Can the construction supply chain deliver BIM Level 2?


Tata Steel’s Alex Small highlights the challenges of implementing BIM Level 2 for an industry largely made up of small and medium-sized enterprises

Within the construction industry, 98% of building product manufacturers fall into the SME category, with over 17,000 employing less than ten people. Facing an ever-changing climate affected by evolving legislation, government initiatives, global finances and construction trends; SMEs have limited flexibility and funds to invest in the latest practices and technologies.

This is particularly pertinent when considering BIM adoption and the recently passed 2016 government target of ensuring all public-sector construction projects comply with BIM Level 2.

From the end-user viewpoint, the NBS National BIM Report for Manufacturers concluded more than 71% of the design community respondents need manufacturers to provide them with BIM objects. Saving essential time and highlighting any technical issues within the design stage, BIM offers tangible supply chain benefits.

However, when surveying non-BIM users, the NBS report found 50% deem BIM too expensive to be considered ‘at the moment’ and are ‘very worried about being able to afford BIM’.

But for a sector built upon the contribution of thousands of SMEs, should this be a surprise? Requiring vast quantities of time, effort and manpower, not to mention the additional training to fully understand their BIM responsibilities, creating BIM objects and compiling the structured data in required formats for even a small product portfolio can be a costly and confusing venture.

This is due to the various ways in which manufacturers can provide their product information. If they choose to generate 3D objects then what formats should they be produced in? Revit? ArchiCAD? Tekla? IFC? Following this, which hosting companies should be used to make these objects available to the supply chain?

Managing data

Even simply providing data isn’t a straightforward process, as manufacturers need to consider what datasets to offer. Following the standards is the sensible route and offering IFC and COBie formats is logical, but if an asset isn’t maintainable is it desired? Furthermore, do you include Environmental Product Declaration (EPD) data? What about the National BIM Library (NBS)? Then, once the data is collated, how is it stored and managed?

Further complicating the process, data naming conventions vary from manufacturer to manufacturer. This makes it increasingly difficult for hosting companies to outline what data they require and for users to easily compare BIM objects of two similar products.

With naming fields being ever so slightly different, a computer cannot identify or correctly align them. For example, if two manufacturers classify the length of a beam as ‘length’ and ‘total length’, a computer will not be able to align the characteristics for an easy comparison.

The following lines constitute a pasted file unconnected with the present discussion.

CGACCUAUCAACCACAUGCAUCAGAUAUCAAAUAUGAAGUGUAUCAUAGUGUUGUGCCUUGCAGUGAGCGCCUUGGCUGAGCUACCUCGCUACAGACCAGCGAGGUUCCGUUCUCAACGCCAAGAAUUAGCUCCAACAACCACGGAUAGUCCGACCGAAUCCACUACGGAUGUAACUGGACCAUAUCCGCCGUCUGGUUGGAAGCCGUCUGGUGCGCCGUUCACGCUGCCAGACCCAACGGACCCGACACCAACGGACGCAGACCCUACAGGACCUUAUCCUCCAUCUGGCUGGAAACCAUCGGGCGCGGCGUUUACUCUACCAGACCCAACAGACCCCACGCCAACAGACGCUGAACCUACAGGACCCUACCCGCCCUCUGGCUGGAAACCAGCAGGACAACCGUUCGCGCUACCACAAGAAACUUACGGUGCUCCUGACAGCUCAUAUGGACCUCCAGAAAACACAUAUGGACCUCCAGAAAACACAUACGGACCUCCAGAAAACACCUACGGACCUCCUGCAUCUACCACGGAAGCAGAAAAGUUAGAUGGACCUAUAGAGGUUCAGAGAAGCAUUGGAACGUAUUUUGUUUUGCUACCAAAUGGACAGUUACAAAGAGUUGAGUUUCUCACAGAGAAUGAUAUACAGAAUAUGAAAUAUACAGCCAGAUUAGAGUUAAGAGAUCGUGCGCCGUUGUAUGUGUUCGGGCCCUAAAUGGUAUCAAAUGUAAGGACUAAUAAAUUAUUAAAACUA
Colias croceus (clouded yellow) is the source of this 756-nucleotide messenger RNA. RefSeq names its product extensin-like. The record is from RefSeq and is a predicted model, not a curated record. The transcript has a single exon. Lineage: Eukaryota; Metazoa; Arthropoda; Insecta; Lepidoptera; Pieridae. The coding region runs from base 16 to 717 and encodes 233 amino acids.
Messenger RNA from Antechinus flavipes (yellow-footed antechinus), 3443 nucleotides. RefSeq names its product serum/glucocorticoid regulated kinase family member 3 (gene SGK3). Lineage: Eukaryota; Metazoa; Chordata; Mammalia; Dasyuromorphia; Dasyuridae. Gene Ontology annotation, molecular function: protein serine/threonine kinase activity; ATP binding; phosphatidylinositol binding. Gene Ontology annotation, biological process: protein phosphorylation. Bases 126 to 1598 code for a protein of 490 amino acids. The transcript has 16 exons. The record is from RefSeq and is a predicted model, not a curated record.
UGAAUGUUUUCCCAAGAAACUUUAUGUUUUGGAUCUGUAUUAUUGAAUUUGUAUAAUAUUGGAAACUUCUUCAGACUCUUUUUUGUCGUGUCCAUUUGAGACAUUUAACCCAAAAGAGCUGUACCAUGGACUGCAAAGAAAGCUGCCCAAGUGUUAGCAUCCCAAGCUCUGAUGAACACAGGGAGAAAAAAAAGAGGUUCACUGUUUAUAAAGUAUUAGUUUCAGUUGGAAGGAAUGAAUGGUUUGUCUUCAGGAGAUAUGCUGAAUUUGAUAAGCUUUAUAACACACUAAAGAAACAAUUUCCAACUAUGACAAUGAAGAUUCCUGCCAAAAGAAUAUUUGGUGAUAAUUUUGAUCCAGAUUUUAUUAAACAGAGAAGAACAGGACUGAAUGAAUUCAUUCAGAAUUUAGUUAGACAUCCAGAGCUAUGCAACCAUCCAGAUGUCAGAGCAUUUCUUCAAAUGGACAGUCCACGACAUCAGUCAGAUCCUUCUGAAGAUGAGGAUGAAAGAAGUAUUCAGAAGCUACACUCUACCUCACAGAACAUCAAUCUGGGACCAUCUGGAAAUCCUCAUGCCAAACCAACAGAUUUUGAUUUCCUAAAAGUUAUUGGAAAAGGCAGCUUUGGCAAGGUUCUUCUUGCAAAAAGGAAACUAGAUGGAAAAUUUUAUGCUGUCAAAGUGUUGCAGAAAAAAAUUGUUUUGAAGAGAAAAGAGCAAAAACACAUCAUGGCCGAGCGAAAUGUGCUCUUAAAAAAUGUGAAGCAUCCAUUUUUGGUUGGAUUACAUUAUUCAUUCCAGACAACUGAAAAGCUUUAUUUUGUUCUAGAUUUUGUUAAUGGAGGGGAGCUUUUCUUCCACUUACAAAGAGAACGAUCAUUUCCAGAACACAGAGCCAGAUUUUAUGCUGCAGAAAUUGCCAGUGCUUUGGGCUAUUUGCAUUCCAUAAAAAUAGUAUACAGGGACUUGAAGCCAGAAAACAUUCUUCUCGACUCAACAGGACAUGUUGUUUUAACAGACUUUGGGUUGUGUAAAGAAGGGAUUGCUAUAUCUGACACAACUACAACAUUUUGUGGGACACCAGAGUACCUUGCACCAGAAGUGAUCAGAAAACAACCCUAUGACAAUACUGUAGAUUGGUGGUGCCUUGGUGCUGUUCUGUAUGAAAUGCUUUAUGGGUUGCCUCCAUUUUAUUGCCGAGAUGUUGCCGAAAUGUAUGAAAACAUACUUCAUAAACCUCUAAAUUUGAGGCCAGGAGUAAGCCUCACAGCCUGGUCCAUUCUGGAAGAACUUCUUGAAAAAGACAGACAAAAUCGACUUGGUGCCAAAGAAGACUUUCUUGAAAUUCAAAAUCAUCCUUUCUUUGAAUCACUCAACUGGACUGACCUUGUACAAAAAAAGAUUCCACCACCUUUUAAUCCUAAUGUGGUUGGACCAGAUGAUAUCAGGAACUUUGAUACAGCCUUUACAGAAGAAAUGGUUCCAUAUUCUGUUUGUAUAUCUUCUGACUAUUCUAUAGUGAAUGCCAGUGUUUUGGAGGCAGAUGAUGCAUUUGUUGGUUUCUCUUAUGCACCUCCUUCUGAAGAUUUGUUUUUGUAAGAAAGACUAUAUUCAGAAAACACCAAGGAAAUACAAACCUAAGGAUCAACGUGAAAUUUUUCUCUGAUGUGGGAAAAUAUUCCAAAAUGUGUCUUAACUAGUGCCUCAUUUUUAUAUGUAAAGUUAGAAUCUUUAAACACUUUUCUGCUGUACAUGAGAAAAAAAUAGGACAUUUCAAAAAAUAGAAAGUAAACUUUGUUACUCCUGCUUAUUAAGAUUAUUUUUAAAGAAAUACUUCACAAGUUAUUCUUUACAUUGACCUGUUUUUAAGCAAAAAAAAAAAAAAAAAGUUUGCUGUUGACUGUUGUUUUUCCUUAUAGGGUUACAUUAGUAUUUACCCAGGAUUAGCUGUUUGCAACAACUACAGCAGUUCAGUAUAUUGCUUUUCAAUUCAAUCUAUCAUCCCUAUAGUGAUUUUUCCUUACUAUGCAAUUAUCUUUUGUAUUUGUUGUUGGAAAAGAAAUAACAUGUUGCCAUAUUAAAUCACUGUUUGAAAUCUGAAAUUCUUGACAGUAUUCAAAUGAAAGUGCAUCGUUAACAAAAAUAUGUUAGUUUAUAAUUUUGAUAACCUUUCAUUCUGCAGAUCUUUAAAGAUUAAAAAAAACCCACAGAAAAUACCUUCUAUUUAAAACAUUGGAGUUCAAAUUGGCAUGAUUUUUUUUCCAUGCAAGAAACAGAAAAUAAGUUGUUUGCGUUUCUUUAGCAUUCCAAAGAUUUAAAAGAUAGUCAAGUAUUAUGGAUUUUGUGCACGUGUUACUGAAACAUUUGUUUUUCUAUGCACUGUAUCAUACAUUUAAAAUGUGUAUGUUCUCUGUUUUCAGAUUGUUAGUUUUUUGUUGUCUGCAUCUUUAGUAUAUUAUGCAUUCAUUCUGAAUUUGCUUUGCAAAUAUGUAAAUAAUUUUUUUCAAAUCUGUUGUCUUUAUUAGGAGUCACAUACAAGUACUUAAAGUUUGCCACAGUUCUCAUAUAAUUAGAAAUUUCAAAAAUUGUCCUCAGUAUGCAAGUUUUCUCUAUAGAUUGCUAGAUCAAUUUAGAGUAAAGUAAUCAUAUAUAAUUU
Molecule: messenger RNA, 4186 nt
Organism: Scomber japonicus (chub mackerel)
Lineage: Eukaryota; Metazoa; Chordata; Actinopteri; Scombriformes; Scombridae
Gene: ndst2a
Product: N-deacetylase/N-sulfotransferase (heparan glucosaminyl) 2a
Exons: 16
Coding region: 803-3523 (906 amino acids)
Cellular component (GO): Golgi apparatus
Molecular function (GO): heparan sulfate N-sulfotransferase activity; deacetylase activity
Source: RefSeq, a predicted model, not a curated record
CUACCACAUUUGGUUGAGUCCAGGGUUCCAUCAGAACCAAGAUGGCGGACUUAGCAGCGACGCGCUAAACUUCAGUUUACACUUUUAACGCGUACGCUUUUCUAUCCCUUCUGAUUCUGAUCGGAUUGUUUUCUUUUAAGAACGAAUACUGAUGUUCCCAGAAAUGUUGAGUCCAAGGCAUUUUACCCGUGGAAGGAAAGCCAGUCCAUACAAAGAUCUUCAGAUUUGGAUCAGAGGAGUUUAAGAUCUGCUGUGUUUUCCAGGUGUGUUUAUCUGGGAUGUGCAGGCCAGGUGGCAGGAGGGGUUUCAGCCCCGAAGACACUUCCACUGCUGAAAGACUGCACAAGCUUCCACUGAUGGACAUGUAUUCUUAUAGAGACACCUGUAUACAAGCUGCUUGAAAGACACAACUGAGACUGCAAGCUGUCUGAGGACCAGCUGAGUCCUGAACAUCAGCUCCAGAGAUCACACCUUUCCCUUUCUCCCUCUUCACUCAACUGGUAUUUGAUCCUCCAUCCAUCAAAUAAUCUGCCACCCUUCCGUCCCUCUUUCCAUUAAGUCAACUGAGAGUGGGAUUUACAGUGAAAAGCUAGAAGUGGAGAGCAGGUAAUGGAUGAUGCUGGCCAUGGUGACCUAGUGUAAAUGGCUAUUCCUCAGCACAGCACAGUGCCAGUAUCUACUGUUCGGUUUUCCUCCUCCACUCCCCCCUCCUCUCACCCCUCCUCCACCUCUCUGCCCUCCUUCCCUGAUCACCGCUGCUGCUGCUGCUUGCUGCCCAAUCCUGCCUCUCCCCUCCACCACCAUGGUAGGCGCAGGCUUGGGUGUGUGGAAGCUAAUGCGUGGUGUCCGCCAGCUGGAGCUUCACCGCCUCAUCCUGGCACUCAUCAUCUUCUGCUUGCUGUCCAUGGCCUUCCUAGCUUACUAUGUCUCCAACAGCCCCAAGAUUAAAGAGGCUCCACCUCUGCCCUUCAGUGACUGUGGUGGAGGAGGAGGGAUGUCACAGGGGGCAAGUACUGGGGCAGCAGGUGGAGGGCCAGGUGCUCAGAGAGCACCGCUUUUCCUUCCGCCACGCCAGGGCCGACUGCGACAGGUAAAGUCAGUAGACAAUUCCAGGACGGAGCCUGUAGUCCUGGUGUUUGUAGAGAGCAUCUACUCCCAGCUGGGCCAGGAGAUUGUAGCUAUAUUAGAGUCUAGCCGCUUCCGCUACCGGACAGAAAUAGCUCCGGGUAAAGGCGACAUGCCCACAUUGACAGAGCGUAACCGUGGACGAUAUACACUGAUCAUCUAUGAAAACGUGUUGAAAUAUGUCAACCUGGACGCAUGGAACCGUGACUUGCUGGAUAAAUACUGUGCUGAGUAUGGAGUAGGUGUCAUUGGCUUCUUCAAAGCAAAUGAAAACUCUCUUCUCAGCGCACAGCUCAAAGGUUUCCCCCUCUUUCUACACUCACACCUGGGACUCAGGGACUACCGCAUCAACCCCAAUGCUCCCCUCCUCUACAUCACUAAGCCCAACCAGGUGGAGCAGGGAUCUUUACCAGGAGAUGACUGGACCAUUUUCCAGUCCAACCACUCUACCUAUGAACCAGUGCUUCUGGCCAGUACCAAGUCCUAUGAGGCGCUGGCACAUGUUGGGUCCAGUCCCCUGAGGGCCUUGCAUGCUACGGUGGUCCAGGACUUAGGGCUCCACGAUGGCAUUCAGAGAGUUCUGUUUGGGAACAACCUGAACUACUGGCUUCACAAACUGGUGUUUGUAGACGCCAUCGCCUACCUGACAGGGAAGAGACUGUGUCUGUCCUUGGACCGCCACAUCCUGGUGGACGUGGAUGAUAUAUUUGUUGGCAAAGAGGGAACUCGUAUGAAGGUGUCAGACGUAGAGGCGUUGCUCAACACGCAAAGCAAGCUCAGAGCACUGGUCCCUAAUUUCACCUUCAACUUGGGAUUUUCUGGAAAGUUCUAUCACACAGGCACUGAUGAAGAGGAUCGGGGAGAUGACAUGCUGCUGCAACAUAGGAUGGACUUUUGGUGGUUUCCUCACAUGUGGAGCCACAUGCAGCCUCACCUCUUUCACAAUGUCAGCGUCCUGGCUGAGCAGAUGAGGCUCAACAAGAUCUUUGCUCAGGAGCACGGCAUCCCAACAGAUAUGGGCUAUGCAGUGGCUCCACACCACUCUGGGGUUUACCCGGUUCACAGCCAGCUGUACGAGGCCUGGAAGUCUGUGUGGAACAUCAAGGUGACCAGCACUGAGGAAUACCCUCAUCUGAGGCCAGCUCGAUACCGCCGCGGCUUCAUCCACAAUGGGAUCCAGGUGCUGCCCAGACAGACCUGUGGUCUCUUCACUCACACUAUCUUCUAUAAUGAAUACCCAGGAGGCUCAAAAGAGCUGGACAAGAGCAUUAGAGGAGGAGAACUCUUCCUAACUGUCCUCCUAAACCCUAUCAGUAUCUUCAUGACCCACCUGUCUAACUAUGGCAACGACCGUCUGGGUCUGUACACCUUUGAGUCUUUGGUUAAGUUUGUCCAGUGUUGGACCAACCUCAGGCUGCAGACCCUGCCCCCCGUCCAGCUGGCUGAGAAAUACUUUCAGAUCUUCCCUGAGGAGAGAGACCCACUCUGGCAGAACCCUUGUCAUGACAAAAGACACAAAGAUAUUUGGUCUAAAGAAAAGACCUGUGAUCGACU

LEXiCON should go some way to simplifying this process. A web-based tool, LEXiCON provides a way for the industry to share product data consistently, using a plain language dictionary developed by relevant industry bodies.

However, the initial upfront investment remains large and when considering the nature of SMEs, who make up a large base of the construction industry and have smaller budgets, less manpower and free time – will BIM ever be adopted by the whole sector?


There are many potential solutions that can ease the adoption of new digital working methods throughout the supply chain, including the open exchange and sharing of product data templates and best practice. This will enable the learnings from each BIM manager’s journey to be passed on, creating a smoother and more defined path for those about to set off and discover the benefits of a connected and integrated data platform.

Also, to drive the desire for BIM Level 2 compliant projects throughout the supply chain, one idea currently being discussed is that the savings derived from incorporating digital methods of working could be passed on to the end client in the form of a discount. Actively encouraging and providing a financial benefit for end clients if they adopt BIM methodology could, and should, act as a driver for the supply chain to adopt modern, digital, methods of work.

This would positively influence those further up the supply chain, fostering closer manufacturer and client relationships, early collaboration and engagement as well as product innovation to meet client needs.

Furthermore, this would hopefully lead to a more standardised approach to product information delivery, thus reducing the complexity of issues and varied costs for manufacturers.

To ensure BIM Level 2 becomes business as usual by 2020, the construction industry supply chain needs to come together to address the needs of the SME’s the sector is built upon. By putting forward new initiatives to encourage the adoption of BIM, sharing best practice and offering support, the sector can move forward as a whole and embrace the ever-developing landscape of digital construction.


Alex Small

BIM & Digital Platforms Manager

Tata Steel

Tel: +44 (0)1536 404200

Twitter @TataSteelConstr


Please enter your comment!
Please enter your name here